Few spectator sports rival the thrill of watching messengers being shot. Last week the editors of the august British Medical Journal were up before the firing squad over their decision to publish a study, part-funded by the tobacco industry, suggesting passive smoking was safe.

Could a shibboleth of public health be about to fall? Or had the evil tobacco industry infiltrated the pages of a respectable scientific publication with its campaign of misinformation?

No prizes for guessing what most people thought. The American Cancer Society, which had launched the huge study of 118,000 Californians in 1959, was the first to take aim, saying: "We are appalled that the tobacco industry has succeeded in giving visibility to a study with so many problems".

The British Medical Association, which owns the BMJ, was the next surprise critic, describing the study as "fundamentally flawed" and adding: "Most of the data has [sic] been around for decades but was judged by many expert groups to be inadequate to accurately measure passive smoking".

So had the BMJ been duped? Richard Smith, its editor and no stranger to controversy, offered a robust response. The paper had been thoroughly peer reviewed, the source of funding had been disclosed and it was accompanied by a critical commentary. "This is a big study with very complete follow-up about an important question. I take the view that not to publish is a form of scientific misconduct," Dr Smith said.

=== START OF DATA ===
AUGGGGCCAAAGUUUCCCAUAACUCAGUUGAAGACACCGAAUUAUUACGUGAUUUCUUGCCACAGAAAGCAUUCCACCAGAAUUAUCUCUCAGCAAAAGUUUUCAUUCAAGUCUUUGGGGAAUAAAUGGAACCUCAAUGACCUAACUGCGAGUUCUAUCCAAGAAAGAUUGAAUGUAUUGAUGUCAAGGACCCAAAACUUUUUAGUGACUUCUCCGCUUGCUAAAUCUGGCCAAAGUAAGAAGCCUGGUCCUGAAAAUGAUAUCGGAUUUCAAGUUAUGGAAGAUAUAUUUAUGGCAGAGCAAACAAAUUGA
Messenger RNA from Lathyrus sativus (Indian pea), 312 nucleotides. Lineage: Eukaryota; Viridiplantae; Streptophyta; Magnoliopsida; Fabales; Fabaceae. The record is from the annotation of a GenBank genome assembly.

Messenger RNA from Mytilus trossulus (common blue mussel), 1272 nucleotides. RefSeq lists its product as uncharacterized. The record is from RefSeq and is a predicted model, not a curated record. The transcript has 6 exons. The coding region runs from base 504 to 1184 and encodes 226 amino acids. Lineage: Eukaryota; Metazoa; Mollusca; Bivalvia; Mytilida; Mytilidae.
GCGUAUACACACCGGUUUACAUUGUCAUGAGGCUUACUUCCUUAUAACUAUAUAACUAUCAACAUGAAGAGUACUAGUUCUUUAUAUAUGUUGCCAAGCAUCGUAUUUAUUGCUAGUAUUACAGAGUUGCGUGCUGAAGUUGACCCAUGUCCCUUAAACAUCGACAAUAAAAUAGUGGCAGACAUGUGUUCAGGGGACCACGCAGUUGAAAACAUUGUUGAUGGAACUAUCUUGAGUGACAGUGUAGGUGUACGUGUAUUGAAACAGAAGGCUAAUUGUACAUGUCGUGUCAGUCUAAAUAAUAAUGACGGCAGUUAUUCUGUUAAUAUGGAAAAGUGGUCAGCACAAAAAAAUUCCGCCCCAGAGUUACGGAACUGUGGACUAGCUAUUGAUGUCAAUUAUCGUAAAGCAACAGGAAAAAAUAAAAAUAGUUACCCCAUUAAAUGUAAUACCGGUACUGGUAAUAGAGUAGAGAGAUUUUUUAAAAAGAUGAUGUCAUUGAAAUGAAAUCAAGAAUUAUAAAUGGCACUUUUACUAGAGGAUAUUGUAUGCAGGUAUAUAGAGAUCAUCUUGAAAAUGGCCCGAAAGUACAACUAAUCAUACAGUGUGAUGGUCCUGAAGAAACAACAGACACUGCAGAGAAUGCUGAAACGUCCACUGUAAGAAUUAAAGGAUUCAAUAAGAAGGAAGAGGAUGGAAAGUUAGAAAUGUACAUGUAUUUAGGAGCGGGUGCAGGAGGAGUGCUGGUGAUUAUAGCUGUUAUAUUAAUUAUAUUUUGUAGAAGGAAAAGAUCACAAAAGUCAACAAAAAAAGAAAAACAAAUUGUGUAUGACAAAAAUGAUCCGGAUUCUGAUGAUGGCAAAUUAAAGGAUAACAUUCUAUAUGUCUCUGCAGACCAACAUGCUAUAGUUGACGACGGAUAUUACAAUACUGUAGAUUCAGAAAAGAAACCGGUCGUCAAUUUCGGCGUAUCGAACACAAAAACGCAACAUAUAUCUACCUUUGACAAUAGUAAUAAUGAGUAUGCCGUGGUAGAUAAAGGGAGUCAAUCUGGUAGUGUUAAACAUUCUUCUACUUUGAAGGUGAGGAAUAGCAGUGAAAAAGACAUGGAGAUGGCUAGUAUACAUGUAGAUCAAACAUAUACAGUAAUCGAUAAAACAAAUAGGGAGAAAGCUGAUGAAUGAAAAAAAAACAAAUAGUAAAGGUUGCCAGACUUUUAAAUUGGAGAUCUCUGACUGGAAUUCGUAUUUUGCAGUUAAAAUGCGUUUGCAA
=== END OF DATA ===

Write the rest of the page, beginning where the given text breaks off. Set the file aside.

He was backed by Professor Martin Jarvis of the University of London, a leading expert on smoking research. "Science is science and one must not take the view that anything which has got any association with the industry is wrong," he said.

Anyone can level accusations of bias. In a press release I received last week, the pro-smoking group Forest says that the Californian study was funded by "anti-smoking largesse" - a levy on cigarette sales - until the plug was pulled in 1999.

"There is a strong suspicion that funding was stopped when the anti-smoking lobby saw the initial results and realised how damaging they might be to their claim that passive smoking harms non-smokers," Forest says.

So, bias cuts both ways. Is it more alarming that the study was funded by the tobacco industry - or not funded by the anti-smoking lobby? There is only one way to settle such disputes: publish and be damned. It may be uncomfortable, it may cause damage, but it is preferable to undermining public trust and denying readers the chance to make up their own minds.